After Kochetov was caught with Paz’s banknotes, Paz then suspected Kochetov may have been stealing from him all day and unloading the banknotes into his car. Because of his “immunity status,” police could not search Kochetov’s car.
Paz said he first met Kochetov in August at the American Numismatic Assoc. Convention (ANA) in Philadelphia, and “thought the guy” was just a customer who liked banknotes. ANA Communications Director Ryan Scott said there was no record of Kochetov being an ANA member, but he could have been a paid attendee to the money expo. There are no records kept of those who are visitors, Scott said.
Paz believes Kochetov used both conventions to allegedly steal notes. Paz said Kochetov “used many excuses to (probably) unload stolen notes into his car.”
While he was examining notes, Paz claimed, Kochetov would ask Paz or his wife, “Let me go to the ATM machine to get more money to pay for the notes. Let me go to the bathroom. Let me take a break. I want to get something to eat.”
Paz “that anytime he came up with that kind of excuse, he was going, instead, to his car to unload.
Following the convention, Paz learned that “somebody unknown to us stole from us during the show, big time – $50,000 (worth of banknotes),” he said. “We figured out that this guy stole 1,800 notes during the three days we saw him at our table.”
There was never any proof, however, and Paz only came to that conclusion as a result of the incident at this month’s Baltimore convention. Paz is setting up new security measures at his booths to prevent becoming a victim in the future.
Paz thinks it might be easy to steal from him because he carries a large inventory (of banknotes), which any customer can spend several hours perusing his currency boxes. “It is kind of impossible to stick around for two hours watching the customer close,” Paz said. “If we do this, we end up intimidating the customer, and it doesn’t look right. Besides, we must take care of the other customers at the same time.”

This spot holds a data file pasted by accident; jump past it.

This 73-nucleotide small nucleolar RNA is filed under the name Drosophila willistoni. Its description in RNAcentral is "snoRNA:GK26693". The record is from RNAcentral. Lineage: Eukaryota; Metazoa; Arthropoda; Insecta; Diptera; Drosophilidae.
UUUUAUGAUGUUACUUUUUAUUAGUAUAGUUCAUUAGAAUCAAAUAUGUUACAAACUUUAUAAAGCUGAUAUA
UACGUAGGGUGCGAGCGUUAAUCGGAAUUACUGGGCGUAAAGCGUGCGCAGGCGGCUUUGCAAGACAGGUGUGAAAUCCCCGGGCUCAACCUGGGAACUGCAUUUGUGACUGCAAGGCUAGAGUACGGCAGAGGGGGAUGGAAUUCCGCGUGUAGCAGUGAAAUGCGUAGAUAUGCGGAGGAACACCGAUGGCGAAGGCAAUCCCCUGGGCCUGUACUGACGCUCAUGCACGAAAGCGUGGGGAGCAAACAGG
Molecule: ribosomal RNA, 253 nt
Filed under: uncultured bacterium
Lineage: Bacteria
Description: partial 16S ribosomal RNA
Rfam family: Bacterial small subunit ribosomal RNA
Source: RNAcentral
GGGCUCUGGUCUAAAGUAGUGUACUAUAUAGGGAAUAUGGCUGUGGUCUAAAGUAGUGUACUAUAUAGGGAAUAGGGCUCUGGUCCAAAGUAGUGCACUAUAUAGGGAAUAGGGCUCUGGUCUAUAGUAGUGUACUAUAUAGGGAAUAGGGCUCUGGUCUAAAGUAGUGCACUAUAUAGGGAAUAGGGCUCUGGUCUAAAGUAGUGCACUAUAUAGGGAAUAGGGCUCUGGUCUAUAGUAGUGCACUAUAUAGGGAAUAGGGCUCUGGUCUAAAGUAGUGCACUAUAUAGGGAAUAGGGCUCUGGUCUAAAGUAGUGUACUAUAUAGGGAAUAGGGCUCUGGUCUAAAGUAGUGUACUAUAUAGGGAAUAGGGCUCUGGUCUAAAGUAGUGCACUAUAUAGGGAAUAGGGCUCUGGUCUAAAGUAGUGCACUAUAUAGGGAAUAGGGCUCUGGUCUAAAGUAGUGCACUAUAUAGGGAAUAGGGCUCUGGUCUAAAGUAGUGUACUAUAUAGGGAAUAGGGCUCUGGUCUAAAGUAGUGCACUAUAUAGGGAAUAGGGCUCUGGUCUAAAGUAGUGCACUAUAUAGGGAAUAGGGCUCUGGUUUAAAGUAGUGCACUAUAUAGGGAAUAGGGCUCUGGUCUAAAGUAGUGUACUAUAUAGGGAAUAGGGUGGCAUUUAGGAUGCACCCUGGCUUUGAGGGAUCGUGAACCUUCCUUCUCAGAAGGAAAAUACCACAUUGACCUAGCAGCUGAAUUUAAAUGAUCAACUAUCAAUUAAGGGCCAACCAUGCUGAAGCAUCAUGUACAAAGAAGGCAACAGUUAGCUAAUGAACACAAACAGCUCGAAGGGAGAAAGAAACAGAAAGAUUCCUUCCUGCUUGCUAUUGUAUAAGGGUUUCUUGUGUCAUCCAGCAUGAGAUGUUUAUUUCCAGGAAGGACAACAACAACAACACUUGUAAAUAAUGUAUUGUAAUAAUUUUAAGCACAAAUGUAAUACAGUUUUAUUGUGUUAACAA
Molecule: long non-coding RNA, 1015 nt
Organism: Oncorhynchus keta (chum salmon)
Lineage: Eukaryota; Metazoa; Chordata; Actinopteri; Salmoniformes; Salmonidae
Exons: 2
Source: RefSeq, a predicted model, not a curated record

Paz was the subject of an AntiqueWeek auction story in October when he bid on a series of banknotes from Pakistan and India while attending the 12th Archives International Auction, in Fort Lee, N.J. Paz is known as a specialist in coins and currency from Colombia, his native homeland.
Kochetov’s diplomatic role
The details about Kochetov and his diplomatic role are shrouded in secrecy, a typical precaution to protect diplomatic status.
However, Kochetov was issued a diplomatic driver’s license by the U.S. State Department on Nov. 2, 2011, and it was due to expire when his three-year mission assignment concluded on Nov. 30, 2014. He had only served in the United States for one year before he was sent back to Russia. His address was listed as the Russian Embassy compound in northwest Washington on a hill overlooking the city.
He resided in the 10-story Russian diplomatic residence in the heavily guarded and gated embassy compound – one of the largest diplomatic complexes in the city.
Kochetov was identified on the State Department’s Diplomatic list for 2011, but his name had been removed from the February 2013 list of 119 diplomats.
Diplomats who serve as “First Secretaries” hope to become future ambassadors.
Neither the State Department, nor the Baltimore Police Department would say if Kochetov was asked to leave the country voluntary, or was recalled by the Russian government. Repeated calls to the Russian Consulate were not forwarded to the appropriate official. After 26 hours of seeking an explanation from the U.S. State Department, an official told AntiqueWeek, “We can’t comment on this situation.”
Additionally, Spoksky was blocked by the U.S. State Department from making additional comments to AntiqueWeek.
Whitman Coin Expo security